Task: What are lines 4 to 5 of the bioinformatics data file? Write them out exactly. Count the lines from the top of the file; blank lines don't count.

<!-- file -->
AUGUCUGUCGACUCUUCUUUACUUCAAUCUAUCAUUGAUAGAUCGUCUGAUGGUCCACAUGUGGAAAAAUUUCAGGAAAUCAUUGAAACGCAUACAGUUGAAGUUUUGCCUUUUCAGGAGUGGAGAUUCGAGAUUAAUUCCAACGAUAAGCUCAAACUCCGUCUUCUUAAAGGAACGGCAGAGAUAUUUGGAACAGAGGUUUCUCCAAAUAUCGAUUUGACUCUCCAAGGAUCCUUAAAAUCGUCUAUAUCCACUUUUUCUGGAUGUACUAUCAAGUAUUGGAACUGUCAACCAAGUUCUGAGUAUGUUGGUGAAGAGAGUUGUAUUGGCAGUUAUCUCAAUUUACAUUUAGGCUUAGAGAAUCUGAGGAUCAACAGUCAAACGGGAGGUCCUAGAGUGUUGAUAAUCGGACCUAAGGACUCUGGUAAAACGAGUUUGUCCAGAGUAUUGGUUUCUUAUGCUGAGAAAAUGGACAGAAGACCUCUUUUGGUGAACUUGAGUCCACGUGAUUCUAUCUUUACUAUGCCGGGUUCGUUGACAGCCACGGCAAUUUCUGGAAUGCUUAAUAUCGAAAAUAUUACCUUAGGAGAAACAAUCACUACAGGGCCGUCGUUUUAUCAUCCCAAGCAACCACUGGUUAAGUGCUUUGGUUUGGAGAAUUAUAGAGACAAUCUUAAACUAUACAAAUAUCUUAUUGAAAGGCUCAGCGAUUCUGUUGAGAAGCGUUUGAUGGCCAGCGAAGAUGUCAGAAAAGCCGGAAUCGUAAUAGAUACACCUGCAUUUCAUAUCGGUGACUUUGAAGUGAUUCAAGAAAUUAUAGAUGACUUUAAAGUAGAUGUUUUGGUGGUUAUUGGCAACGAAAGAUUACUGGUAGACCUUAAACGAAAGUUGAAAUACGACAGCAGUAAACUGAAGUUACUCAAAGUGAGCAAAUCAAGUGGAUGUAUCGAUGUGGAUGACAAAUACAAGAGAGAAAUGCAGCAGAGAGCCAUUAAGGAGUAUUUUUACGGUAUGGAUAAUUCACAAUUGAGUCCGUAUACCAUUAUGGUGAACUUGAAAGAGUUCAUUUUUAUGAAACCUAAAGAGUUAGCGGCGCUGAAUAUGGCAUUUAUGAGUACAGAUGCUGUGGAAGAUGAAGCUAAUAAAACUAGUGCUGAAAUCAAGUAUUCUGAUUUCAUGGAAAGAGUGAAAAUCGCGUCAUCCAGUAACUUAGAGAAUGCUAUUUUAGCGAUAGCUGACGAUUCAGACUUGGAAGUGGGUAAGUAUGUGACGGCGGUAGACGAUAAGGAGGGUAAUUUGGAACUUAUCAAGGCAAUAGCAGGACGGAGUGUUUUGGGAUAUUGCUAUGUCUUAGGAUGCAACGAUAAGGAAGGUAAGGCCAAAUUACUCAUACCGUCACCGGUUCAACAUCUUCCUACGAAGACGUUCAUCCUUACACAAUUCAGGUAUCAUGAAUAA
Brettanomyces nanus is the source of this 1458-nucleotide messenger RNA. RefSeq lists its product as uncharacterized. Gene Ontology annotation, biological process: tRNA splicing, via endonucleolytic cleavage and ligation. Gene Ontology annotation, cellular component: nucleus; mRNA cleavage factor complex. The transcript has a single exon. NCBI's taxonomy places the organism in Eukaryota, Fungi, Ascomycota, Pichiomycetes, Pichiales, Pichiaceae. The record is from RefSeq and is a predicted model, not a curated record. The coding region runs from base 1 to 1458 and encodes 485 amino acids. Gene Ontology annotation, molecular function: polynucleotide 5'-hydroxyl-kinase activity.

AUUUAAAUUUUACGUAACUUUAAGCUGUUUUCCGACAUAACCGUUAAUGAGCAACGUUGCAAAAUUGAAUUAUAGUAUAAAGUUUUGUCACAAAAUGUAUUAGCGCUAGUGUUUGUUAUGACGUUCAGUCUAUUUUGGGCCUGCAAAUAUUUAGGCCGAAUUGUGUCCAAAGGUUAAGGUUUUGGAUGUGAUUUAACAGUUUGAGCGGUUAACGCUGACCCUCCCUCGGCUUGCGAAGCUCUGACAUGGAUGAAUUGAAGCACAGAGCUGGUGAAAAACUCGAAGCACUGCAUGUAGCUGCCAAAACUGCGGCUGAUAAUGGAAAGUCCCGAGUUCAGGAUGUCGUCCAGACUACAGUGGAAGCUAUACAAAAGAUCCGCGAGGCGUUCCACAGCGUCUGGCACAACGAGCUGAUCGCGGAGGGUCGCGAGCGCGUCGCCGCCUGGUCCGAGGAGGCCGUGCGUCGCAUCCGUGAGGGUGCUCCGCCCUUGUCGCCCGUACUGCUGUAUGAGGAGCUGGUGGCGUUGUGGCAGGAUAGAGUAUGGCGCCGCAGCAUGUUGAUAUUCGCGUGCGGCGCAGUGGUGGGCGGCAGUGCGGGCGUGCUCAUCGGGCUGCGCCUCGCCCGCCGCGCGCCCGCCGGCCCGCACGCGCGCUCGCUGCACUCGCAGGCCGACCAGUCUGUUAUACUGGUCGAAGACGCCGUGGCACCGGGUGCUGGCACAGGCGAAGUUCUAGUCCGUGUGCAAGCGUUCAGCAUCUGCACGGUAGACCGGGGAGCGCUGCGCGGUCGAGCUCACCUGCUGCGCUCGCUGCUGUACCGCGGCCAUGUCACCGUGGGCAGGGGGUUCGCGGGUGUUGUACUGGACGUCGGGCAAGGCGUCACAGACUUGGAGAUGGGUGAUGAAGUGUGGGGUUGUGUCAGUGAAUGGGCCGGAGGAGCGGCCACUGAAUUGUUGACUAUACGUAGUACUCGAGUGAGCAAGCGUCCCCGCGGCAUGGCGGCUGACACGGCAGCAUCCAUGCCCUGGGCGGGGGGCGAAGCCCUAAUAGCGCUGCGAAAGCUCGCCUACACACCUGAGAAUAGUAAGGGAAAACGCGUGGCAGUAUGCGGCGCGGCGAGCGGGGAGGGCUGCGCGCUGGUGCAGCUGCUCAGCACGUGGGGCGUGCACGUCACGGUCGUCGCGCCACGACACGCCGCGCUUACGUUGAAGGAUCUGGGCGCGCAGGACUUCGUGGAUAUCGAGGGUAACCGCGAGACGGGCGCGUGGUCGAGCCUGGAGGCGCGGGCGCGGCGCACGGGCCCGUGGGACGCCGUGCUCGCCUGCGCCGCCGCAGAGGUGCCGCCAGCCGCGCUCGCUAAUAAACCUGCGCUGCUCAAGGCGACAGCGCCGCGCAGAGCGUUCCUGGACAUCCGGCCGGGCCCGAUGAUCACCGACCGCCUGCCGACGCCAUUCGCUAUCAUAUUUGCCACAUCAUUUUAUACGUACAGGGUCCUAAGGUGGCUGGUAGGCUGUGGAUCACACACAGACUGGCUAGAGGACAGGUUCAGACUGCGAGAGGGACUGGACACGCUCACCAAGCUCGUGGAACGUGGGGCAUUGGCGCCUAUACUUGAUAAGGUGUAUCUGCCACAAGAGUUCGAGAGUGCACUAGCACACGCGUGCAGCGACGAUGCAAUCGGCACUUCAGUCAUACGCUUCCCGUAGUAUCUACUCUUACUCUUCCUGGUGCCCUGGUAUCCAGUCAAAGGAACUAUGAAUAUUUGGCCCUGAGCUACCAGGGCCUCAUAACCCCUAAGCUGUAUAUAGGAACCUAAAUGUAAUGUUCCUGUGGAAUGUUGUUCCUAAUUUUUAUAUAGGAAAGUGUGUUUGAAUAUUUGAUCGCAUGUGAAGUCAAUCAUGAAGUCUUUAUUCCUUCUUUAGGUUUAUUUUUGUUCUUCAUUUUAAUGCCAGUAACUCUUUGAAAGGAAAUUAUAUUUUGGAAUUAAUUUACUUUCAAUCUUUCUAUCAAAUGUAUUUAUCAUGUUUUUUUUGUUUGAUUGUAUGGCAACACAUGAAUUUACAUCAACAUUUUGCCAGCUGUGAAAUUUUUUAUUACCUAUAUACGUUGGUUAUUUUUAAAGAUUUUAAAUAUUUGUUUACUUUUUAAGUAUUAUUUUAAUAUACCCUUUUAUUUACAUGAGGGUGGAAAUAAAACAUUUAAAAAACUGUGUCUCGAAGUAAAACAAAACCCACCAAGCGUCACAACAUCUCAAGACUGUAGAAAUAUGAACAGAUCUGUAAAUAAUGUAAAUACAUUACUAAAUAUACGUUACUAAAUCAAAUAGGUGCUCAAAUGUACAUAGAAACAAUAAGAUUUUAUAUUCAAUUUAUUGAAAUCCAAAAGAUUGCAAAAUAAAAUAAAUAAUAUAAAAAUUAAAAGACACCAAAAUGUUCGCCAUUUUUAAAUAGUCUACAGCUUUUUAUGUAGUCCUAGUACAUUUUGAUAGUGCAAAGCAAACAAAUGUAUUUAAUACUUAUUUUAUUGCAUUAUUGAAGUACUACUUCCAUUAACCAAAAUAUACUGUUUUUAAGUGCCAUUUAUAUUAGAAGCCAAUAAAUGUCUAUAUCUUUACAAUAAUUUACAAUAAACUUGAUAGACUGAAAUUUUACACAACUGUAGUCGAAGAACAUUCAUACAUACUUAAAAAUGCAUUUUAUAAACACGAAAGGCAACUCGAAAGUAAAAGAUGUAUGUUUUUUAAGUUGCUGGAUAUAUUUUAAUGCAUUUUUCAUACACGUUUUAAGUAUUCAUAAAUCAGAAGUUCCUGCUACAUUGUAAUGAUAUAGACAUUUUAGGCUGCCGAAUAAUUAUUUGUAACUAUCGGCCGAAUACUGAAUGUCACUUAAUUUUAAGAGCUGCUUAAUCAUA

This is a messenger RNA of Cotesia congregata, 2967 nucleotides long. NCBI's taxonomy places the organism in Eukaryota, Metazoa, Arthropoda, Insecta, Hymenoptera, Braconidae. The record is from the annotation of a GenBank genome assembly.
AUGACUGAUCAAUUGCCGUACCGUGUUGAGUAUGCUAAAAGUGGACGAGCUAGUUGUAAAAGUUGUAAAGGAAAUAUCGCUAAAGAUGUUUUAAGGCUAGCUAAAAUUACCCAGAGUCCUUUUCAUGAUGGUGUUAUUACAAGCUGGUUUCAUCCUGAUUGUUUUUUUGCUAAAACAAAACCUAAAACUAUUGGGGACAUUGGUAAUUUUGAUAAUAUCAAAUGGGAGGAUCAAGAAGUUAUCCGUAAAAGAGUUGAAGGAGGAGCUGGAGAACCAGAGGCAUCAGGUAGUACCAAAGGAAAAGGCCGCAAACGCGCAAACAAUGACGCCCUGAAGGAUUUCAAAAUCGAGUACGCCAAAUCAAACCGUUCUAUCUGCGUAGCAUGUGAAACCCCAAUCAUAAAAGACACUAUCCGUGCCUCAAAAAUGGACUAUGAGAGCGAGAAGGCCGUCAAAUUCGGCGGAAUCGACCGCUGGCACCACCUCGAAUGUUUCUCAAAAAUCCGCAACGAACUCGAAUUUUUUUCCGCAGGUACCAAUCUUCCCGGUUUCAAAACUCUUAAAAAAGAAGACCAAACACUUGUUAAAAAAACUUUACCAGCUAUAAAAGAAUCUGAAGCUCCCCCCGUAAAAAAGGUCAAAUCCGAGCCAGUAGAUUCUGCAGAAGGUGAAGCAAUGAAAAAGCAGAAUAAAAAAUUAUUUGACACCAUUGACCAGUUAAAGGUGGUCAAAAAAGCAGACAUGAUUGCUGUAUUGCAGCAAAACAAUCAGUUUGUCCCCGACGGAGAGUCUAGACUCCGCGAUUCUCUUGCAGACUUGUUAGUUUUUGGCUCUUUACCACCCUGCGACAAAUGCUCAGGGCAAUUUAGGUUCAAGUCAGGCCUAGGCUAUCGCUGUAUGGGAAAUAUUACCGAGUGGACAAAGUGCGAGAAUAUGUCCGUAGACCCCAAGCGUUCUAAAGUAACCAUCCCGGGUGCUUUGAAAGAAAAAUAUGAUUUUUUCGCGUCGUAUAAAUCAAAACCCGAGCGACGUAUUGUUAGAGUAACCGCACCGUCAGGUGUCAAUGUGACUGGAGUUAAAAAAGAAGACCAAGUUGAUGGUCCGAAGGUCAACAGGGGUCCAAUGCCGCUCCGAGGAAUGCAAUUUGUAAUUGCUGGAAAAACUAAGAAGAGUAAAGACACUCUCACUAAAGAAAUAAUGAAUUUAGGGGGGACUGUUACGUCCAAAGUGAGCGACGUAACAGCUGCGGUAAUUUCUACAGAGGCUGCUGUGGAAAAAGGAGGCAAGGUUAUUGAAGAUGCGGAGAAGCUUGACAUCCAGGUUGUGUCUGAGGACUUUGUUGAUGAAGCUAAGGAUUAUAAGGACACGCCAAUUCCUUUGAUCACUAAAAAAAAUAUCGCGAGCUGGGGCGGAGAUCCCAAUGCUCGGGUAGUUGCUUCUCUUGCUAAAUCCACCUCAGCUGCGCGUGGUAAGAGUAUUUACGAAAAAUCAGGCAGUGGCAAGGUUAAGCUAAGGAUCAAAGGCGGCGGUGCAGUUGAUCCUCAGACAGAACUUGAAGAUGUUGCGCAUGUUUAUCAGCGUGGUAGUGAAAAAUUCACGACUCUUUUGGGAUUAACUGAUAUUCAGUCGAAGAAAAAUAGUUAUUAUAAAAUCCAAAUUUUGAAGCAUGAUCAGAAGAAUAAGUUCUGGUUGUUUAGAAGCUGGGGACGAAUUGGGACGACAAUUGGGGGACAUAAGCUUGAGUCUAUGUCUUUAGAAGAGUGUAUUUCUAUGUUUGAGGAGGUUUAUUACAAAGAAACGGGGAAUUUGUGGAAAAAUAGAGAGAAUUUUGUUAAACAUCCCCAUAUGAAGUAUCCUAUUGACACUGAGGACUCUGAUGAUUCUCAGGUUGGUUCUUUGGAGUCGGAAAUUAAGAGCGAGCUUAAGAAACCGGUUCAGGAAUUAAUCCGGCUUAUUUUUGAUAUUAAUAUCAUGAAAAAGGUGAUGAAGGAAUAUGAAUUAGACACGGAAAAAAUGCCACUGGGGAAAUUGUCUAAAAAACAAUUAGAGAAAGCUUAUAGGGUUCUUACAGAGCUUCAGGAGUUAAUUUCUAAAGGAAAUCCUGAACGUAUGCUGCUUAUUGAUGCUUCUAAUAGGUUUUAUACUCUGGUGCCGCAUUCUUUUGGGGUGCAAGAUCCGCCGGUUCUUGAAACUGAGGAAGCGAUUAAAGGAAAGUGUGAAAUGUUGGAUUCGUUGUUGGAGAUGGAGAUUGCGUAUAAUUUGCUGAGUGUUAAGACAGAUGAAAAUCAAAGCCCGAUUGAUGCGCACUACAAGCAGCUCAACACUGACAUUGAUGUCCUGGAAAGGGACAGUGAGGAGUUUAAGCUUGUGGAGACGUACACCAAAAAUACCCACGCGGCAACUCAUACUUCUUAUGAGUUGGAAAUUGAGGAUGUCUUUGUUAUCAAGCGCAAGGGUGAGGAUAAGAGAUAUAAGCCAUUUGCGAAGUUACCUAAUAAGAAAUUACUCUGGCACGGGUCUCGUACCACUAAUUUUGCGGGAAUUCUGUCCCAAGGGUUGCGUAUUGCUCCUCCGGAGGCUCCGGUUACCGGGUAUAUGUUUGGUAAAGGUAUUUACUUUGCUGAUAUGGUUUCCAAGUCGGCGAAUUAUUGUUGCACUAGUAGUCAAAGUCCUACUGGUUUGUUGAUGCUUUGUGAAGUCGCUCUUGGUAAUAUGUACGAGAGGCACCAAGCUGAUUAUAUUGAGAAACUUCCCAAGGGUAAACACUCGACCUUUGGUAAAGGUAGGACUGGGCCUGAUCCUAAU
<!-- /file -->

This is a messenger RNA of Cotesia congregata, 2967 nucleotides long. NCBI's taxonomy places the organism in Eukaryota, Metazoa, Arthropoda, Insecta, Hymenoptera, Braconidae. The record is from the annotation of a GenBank genome assembly.
AUGACUGAUCAAUUGCCGUACCGUGUUGAGUAUGCUAAAAGUGGACGAGCUAGUUGUAAAAGUUGUAAAGGAAAUAUCGCUAAAGAUGUUUUAAGGCUAGCUAAAAUUACCCAGAGUCCUUUUCAUGAUGGUGUUAUUACAAGCUGGUUUCAUCCUGAUUGUUUUUUUGCUAAAACAAAACCUAAAACUAUUGGGGACAUUGGUAAUUUUGAUAAUAUCAAAUGGGAGGAUCAAGAAGUUAUCCGUAAAAGAGUUGAAGGAGGAGCUGGAGAACCAGAGGCAUCAGGUAGUACCAAAGGAAAAGGCCGCAAACGCGCAAACAAUGACGCCCUGAAGGAUUUCAAAAUCGAGUACGCCAAAUCAAACCGUUCUAUCUGCGUAGCAUGUGAAACCCCAAUCAUAAAAGACACUAUCCGUGCCUCAAAAAUGGACUAUGAGAGCGAGAAGGCCGUCAAAUUCGGCGGAAUCGACCGCUGGCACCACCUCGAAUGUUUCUCAAAAAUCCGCAACGAACUCGAAUUUUUUUCCGCAGGUACCAAUCUUCCCGGUUUCAAAACUCUUAAAAAAGAAGACCAAACACUUGUUAAAAAAACUUUACCAGCUAUAAAAGAAUCUGAAGCUCCCCCCGUAAAAAAGGUCAAAUCCGAGCCAGUAGAUUCUGCAGAAGGUGAAGCAAUGAAAAAGCAGAAUAAAAAAUUAUUUGACACCAUUGACCAGUUAAAGGUGGUCAAAAAAGCAGACAUGAUUGCUGUAUUGCAGCAAAACAAUCAGUUUGUCCCCGACGGAGAGUCUAGACUCCGCGAUUCUCUUGCAGACUUGUUAGUUUUUGGCUCUUUACCACCCUGCGACAAAUGCUCAGGGCAAUUUAGGUUCAAGUCAGGCCUAGGCUAUCGCUGUAUGGGAAAUAUUACCGAGUGGACAAAGUGCGAGAAUAUGUCCGUAGACCCCAAGCGUUCUAAAGUAACCAUCCCGGGUGCUUUGAAAGAAAAAUAUGAUUUUUUCGCGUCGUAUAAAUCAAAACCCGAGCGACGUAUUGUUAGAGUAACCGCACCGUCAGGUGUCAAUGUGACUGGAGUUAAAAAAGAAGACCAAGUUGAUGGUCCGAAGGUCAACAGGGGUCCAAUGCCGCUCCGAGGAAUGCAAUUUGUAAUUGCUGGAAAAACUAAGAAGAGUAAAGACACUCUCACUAAAGAAAUAAUGAAUUUAGGGGGGACUGUUACGUCCAAAGUGAGCGACGUAACAGCUGCGGUAAUUUCUACAGAGGCUGCUGUGGAAAAAGGAGGCAAGGUUAUUGAAGAUGCGGAGAAGCUUGACAUCCAGGUUGUGUCUGAGGACUUUGUUGAUGAAGCUAAGGAUUAUAAGGACACGCCAAUUCCUUUGAUCACUAAAAAAAAUAUCGCGAGCUGGGGCGGAGAUCCCAAUGCUCGGGUAGUUGCUUCUCUUGCUAAAUCCACCUCAGCUGCGCGUGGUAAGAGUAUUUACGAAAAAUCAGGCAGUGGCAAGGUUAAGCUAAGGAUCAAAGGCGGCGGUGCAGUUGAUCCUCAGACAGAACUUGAAGAUGUUGCGCAUGUUUAUCAGCGUGGUAGUGAAAAAUUCACGACUCUUUUGGGAUUAACUGAUAUUCAGUCGAAGAAAAAUAGUUAUUAUAAAAUCCAAAUUUUGAAGCAUGAUCAGAAGAAUAAGUUCUGGUUGUUUAGAAGCUGGGGACGAAUUGGGACGACAAUUGGGGGACAUAAGCUUGAGUCUAUGUCUUUAGAAGAGUGUAUUUCUAUGUUUGAGGAGGUUUAUUACAAAGAAACGGGGAAUUUGUGGAAAAAUAGAGAGAAUUUUGUUAAACAUCCCCAUAUGAAGUAUCCUAUUGACACUGAGGACUCUGAUGAUUCUCAGGUUGGUUCUUUGGAGUCGGAAAUUAAGAGCGAGCUUAAGAAACCGGUUCAGGAAUUAAUCCGGCUUAUUUUUGAUAUUAAUAUCAUGAAAAAGGUGAUGAAGGAAUAUGAAUUAGACACGGAAAAAAUGCCACUGGGGAAAUUGUCUAAAAAACAAUUAGAGAAAGCUUAUAGGGUUCUUACAGAGCUUCAGGAGUUAAUUUCUAAAGGAAAUCCUGAACGUAUGCUGCUUAUUGAUGCUUCUAAUAGGUUUUAUACUCUGGUGCCGCAUUCUUUUGGGGUGCAAGAUCCGCCGGUUCUUGAAACUGAGGAAGCGAUUAAAGGAAAGUGUGAAAUGUUGGAUUCGUUGUUGGAGAUGGAGAUUGCGUAUAAUUUGCUGAGUGUUAAGACAGAUGAAAAUCAAAGCCCGAUUGAUGCGCACUACAAGCAGCUCAACACUGACAUUGAUGUCCUGGAAAGGGACAGUGAGGAGUUUAAGCUUGUGGAGACGUACACCAAAAAUACCCACGCGGCAACUCAUACUUCUUAUGAGUUGGAAAUUGAGGAUGUCUUUGUUAUCAAGCGCAAGGGUGAGGAUAAGAGAUAUAAGCCAUUUGCGAAGUUACCUAAUAAGAAAUUACUCUGGCACGGGUCUCGUACCACUAAUUUUGCGGGAAUUCUGUCCCAAGGGUUGCGUAUUGCUCCUCCGGAGGCUCCGGUUACCGGGUAUAUGUUUGGUAAAGGUAUUUACUUUGCUGAUAUGGUUUCCAAGUCGGCGAAUUAUUGUUGCACUAGUAGUCAAAGUCCUACUGGUUUGUUGAUGCUUUGUGAAGUCGCUCUUGGUAAUAUGUACGAGAGGCACCAAGCUGAUUAUAUUGAGAAACUUCCCAAGGGUAAACACUCGACCUUUGGUAAAGGUAGGACUGGGCCUGAUCCUAAU